Increasing evidence suggests that rich stimulation early in life affects the intellectual development of children. Children need as much encouragement as possible to try new tasks. They also need to learn from doing. Only in this way can they come to know about their surroundings and how they will be personally affected by them.
Many adults find themselves intimidated by computers and newer technologies. Those of us who have learned to use computers and other high tech devices know their usefulness and are likely to appreciate them. Kids are no different. Direct experience is always the best teacher. The more firsthand experiences your child has, the more comfortable, secure and confident he will become.
In fact, it's never too early to start working on your child's self-image and self-confidence. Small infants sense feelings of security and safety when only weeks old. By 18 months, a child has a strong sense of himself and his place in the family. By the time he is three, his natural curiosity and confidence, combined with maturing social and physical skills, make him a willing and enthusiastic helper in the family.
The third year is a fascinating one in the growth of the child and is personally my very favorite. I have never met a three-year-old I didn't just adore. The three-year-old can do things. He can run, jump, ride a trike and go up and down stairs proficiently. He loves to run errands, and his best reward is a smile from his parents. He pays attention to adults and watches their facial expression for approval or disapproval. He is motivated by stories, games and songs to get a message across. He is very curious and loves to talk and learn.
Pick up toys
Clear his own plate from the table
Clean the TV screen
Dust with a feather duster
Deliver items from one room to another
Drop extra change into the charity jars at the grocery store
Put clothing away (Cut pictures of clothing and put on 3 x 5 cards. Tape the cards to the corresponding drawers.)
If three is the age of doing, four is the age of finding out. Why and how are two of the words most frequently used by the four-year-old. But he is a doer also. This is the age where a child truly lives in the here and now. So when you say, "Let's hurry and clean the house and we can go to the circus tomorrow," you are really pushing his buttons. Yesterday means nothing. Tomorrow is a vague promise. However, he can get very excited about coming events, but because he cannot grasp the meaning of time, he may ask, "Is it tomorrow yet?" A typical four-year-old offers more enthusiastic help than children of most other ages. Too bad we can't combine the four-year-old's enthusiasm with the skill level of the twelve-year-old.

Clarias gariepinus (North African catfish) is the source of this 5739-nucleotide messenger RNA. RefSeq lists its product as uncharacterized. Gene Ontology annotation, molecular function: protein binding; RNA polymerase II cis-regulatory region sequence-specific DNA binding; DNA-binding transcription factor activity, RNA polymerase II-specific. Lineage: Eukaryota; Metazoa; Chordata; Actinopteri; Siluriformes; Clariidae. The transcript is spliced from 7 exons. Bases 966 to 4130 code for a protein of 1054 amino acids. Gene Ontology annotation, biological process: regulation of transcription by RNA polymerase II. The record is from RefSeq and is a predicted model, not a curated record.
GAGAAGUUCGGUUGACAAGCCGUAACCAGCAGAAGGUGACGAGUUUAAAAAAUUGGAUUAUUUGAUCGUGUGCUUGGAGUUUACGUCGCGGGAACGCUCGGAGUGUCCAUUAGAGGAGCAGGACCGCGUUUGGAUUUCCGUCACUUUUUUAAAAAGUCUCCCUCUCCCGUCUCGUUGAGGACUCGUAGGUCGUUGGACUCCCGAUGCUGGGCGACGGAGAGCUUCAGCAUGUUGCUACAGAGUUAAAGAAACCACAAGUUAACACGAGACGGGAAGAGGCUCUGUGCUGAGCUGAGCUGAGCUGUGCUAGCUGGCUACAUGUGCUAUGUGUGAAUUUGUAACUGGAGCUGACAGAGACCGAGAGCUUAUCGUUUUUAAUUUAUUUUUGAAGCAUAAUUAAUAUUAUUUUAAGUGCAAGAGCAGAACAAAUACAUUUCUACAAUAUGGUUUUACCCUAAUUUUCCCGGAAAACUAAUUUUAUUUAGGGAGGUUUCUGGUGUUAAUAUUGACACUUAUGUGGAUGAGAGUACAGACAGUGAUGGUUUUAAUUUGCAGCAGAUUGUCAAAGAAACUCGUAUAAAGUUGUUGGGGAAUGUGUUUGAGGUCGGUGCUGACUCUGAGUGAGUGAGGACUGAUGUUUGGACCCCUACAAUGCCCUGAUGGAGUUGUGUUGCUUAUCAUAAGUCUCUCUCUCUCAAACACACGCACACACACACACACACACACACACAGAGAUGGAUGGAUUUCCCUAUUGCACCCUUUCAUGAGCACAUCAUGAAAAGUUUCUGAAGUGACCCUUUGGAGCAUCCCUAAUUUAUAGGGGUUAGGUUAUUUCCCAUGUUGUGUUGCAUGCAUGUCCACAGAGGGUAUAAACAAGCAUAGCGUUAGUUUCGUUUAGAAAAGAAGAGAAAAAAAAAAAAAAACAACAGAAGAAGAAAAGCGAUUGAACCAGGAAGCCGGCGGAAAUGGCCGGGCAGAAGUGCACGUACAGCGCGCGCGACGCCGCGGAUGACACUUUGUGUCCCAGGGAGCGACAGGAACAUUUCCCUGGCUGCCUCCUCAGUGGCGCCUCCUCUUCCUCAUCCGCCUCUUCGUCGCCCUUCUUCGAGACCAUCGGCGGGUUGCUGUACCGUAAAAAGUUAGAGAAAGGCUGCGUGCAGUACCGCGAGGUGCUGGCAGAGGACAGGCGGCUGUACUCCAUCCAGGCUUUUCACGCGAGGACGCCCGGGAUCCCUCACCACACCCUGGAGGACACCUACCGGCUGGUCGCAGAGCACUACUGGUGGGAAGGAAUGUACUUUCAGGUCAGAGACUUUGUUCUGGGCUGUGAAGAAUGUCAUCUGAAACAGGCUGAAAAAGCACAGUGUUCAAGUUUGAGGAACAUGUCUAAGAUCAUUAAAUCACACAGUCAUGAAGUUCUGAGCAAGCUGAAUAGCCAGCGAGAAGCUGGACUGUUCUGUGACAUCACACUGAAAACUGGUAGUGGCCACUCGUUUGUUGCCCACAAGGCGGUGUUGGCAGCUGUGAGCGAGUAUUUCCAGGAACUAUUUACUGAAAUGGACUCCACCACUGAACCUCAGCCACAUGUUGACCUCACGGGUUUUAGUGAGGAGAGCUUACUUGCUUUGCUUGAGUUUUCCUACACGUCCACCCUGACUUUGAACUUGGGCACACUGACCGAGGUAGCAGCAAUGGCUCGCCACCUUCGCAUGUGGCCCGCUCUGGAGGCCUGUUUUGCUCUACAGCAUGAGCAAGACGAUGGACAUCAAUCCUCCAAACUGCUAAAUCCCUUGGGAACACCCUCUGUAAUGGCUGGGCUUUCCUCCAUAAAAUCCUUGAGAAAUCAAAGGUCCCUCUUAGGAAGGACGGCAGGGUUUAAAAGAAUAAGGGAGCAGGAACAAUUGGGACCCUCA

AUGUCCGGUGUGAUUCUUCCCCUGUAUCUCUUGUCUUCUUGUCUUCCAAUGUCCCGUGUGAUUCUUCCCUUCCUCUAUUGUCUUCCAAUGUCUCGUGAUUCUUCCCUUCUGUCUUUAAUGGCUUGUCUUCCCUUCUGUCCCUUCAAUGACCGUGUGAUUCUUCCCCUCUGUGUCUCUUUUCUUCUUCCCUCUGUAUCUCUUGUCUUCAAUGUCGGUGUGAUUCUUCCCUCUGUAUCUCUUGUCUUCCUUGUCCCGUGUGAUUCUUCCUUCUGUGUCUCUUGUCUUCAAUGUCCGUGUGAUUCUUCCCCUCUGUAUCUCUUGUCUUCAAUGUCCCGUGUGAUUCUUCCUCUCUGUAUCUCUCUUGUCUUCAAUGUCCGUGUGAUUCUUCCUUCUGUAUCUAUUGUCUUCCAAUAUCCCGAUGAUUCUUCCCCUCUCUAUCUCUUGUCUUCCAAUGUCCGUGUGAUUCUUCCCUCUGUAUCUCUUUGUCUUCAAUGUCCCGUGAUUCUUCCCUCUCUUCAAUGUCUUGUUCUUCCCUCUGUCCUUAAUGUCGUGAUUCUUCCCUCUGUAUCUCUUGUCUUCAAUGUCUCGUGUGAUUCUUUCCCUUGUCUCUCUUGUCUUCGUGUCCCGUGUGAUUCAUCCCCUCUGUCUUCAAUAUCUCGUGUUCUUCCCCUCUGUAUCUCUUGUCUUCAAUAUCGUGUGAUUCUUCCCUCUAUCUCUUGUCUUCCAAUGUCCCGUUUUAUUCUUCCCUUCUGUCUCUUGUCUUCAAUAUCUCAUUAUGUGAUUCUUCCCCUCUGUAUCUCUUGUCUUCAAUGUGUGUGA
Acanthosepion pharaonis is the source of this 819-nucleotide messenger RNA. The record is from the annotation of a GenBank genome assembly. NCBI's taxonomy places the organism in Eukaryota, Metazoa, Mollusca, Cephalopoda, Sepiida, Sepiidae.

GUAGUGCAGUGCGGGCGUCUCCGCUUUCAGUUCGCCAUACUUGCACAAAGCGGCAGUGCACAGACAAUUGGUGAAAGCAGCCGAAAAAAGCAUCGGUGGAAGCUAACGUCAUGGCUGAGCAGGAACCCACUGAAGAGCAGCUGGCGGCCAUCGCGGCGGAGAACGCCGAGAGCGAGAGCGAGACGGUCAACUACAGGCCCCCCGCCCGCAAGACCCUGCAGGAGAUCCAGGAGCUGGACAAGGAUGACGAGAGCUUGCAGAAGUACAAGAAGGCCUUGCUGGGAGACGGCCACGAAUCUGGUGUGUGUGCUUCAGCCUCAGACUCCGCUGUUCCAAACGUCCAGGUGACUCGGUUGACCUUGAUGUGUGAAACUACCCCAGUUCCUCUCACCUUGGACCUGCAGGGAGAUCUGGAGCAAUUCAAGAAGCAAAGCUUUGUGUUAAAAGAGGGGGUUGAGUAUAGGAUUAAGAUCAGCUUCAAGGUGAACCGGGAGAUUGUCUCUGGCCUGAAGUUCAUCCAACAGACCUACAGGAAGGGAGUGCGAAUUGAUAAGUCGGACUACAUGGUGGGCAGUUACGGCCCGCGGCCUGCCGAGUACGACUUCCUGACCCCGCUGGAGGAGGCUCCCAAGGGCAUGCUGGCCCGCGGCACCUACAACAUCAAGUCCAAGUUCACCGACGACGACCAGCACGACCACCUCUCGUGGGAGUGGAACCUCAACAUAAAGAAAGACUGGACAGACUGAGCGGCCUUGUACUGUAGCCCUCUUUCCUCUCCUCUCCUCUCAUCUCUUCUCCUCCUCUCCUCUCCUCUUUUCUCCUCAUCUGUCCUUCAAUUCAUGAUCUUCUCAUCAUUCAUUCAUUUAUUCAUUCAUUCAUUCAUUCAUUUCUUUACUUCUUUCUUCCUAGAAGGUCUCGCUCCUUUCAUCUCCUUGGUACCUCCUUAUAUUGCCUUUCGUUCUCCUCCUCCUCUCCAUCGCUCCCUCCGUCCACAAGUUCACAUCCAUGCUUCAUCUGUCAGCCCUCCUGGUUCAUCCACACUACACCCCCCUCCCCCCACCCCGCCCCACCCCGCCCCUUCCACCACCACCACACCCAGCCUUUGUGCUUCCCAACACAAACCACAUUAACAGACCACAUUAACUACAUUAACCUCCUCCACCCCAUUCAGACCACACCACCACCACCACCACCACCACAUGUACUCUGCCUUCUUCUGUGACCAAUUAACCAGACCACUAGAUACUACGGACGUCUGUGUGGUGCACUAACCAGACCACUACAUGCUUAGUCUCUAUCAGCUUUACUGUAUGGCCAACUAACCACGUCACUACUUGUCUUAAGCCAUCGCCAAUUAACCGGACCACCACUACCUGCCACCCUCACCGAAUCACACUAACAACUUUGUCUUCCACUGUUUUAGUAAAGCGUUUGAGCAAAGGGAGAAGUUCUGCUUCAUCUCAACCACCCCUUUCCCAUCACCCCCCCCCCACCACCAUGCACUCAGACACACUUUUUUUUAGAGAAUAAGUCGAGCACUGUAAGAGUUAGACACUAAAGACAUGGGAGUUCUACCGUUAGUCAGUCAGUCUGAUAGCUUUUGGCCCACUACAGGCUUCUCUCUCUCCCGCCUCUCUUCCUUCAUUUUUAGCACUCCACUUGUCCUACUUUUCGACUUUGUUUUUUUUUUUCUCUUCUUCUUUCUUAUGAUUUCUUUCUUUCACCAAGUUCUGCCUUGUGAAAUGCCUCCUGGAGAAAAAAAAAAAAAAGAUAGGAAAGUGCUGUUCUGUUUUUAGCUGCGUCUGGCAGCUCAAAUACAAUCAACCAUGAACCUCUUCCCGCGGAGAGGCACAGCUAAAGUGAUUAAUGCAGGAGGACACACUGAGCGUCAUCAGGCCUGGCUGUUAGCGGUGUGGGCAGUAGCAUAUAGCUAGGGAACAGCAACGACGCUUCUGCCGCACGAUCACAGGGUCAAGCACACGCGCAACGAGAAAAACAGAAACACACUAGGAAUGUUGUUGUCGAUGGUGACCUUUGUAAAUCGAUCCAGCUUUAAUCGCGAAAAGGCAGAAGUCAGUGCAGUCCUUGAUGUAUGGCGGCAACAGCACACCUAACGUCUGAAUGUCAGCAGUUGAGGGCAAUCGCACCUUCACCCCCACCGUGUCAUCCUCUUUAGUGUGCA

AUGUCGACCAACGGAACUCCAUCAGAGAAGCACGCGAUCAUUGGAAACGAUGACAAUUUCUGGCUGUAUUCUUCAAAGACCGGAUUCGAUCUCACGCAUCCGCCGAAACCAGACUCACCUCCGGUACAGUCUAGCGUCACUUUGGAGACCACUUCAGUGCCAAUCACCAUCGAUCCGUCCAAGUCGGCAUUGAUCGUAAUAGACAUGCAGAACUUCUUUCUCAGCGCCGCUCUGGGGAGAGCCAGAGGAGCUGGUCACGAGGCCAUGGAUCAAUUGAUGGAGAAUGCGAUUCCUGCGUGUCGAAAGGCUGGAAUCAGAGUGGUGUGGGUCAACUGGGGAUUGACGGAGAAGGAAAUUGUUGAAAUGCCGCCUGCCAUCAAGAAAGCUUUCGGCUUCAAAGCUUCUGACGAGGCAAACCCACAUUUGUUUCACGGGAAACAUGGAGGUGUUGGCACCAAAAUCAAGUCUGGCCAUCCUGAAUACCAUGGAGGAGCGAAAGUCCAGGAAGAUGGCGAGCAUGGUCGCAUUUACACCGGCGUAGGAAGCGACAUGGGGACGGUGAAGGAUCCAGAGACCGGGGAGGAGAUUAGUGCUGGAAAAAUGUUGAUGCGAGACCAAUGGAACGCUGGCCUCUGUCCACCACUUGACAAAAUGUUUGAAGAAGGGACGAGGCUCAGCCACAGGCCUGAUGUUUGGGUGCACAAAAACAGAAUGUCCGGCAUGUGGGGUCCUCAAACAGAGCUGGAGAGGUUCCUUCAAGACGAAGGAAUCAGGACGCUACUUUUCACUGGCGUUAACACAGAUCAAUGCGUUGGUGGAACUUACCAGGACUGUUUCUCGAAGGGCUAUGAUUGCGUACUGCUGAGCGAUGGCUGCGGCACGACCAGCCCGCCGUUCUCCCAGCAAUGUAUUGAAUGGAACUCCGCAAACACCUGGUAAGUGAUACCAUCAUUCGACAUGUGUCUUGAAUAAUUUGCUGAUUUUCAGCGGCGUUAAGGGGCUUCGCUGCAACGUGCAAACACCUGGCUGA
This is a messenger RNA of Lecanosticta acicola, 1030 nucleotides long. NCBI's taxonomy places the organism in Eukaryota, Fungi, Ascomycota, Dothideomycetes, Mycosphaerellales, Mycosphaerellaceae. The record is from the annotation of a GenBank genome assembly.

Dress and undress himself
Comb his hair
Wash his hands and face
Brush his teeth
Tidy up the bedroom or playroom
Put away the silverware from the dishwasher
Empty the hamper and put dirty clothes in the washroom
Fold the washcloths and towels
Set and clear the table (mark old placemats with felt tip markers with the correct placement of dishes and silverware)
Service projects like sorting outgrown clothing and toys for others
Characteristics The five-year-old is surer of himself and is generally dependable. He has learned to do what is expected of him in the household. You can usually reason with him, and he will understand why you want something done a certain way. The five-year-old may still have some difficulty using his small muscles, but he can usually print his name and a few other words. He is much more reliable and independent than he was at four and less apt to get distracted on the way to the garbage can. He loves stories, learns best by repetition and loves group projects. The five-year-old is usually friendly, sympathetic, affectionate, and helpful, but when he doesn't get his own way he can become quarrelsome. It is very motivating for him to receive new privileges to show that he is "bigger" and "older."
Make his own bed (comforters work best)
Clean and trim his fingernail nails
Wipe up spills
Pick up trash in the yard
Spot clean the walls
Shake area rugs
Wipe off furniture, fingerprints from walls, etc.
Feed and water the pets
Know his address and phone number
Dial 911 in an emergency
Service projects like helping pick up trash in the park
This article has been prepared for you to share with your family and others. Please reprint it in it's entirety and include the author's contact information. For more information about Kids, Chores & More and other methods of teaching responsibility, go to www.ArtichokePress.com.
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Copyright © 2003-2017 Stephanie Foster unless otherwise indicated
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